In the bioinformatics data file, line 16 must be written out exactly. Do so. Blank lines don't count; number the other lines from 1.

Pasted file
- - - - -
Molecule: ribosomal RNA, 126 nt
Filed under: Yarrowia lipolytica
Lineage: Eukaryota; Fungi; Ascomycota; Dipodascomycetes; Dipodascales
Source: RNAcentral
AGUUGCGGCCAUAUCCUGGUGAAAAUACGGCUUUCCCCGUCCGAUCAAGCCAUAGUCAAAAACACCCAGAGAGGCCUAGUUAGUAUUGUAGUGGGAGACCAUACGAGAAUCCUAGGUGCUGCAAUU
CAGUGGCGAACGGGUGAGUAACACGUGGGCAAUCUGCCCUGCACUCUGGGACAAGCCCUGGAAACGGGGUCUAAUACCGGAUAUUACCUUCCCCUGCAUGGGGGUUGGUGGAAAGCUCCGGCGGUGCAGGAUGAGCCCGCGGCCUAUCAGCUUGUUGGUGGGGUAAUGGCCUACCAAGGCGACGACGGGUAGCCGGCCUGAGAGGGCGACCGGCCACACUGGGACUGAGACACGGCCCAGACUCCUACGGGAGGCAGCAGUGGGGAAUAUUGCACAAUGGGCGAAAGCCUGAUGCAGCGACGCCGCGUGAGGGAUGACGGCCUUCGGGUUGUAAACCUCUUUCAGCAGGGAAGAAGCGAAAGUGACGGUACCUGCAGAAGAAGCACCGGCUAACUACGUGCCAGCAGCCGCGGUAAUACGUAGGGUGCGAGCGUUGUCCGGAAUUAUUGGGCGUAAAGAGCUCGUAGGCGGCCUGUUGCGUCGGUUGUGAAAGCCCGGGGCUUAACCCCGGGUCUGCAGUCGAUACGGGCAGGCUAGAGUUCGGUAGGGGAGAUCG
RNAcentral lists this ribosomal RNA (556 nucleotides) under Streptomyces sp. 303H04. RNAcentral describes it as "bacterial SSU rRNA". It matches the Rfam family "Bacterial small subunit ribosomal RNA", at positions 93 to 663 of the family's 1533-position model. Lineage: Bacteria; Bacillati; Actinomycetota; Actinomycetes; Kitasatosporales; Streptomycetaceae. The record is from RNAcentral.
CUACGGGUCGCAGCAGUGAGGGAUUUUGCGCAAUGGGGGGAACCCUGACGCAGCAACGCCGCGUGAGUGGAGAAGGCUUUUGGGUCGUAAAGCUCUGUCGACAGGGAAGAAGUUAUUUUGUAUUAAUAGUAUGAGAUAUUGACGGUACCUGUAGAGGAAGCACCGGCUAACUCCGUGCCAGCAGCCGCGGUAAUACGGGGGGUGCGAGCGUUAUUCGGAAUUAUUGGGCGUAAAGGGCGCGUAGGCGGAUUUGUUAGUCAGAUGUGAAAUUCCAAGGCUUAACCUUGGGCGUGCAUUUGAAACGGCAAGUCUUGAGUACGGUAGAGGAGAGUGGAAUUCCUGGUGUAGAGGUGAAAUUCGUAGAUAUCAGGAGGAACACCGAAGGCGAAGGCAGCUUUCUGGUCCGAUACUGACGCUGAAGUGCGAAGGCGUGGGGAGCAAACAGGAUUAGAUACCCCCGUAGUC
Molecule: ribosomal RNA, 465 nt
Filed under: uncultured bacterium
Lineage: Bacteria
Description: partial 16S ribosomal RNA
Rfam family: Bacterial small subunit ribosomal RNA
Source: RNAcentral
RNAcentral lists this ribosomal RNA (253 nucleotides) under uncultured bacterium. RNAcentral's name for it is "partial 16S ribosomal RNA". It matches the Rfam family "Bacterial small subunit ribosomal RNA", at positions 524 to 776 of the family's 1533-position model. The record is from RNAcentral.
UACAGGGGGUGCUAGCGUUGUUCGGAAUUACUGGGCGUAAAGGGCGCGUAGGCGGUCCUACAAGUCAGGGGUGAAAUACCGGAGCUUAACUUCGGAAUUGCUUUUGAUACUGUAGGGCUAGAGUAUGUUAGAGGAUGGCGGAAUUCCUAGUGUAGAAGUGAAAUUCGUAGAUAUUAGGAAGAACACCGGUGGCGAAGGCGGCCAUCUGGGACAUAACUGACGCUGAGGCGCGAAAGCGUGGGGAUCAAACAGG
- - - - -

UACAGGGGGUGCUAGCGUUGUUCGGAAUUACUGGGCGUAAAGGGCGCGUAGGCGGUCCUACAAGUCAGGGGUGAAAUACCGGAGCUUAACUUCGGAAUUGCUUUUGAUACUGUAGGGCUAGAGUAUGUUAGAGGAUGGCGGAAUUCCUAGUGUAGAAGUGAAAUUCGUAGAUAUUAGGAAGAACACCGGUGGCGAAGGCGGCCAUCUGGGACAUAACUGACGCUGAGGCGCGAAAGCGUGGGGAUCAAACAGG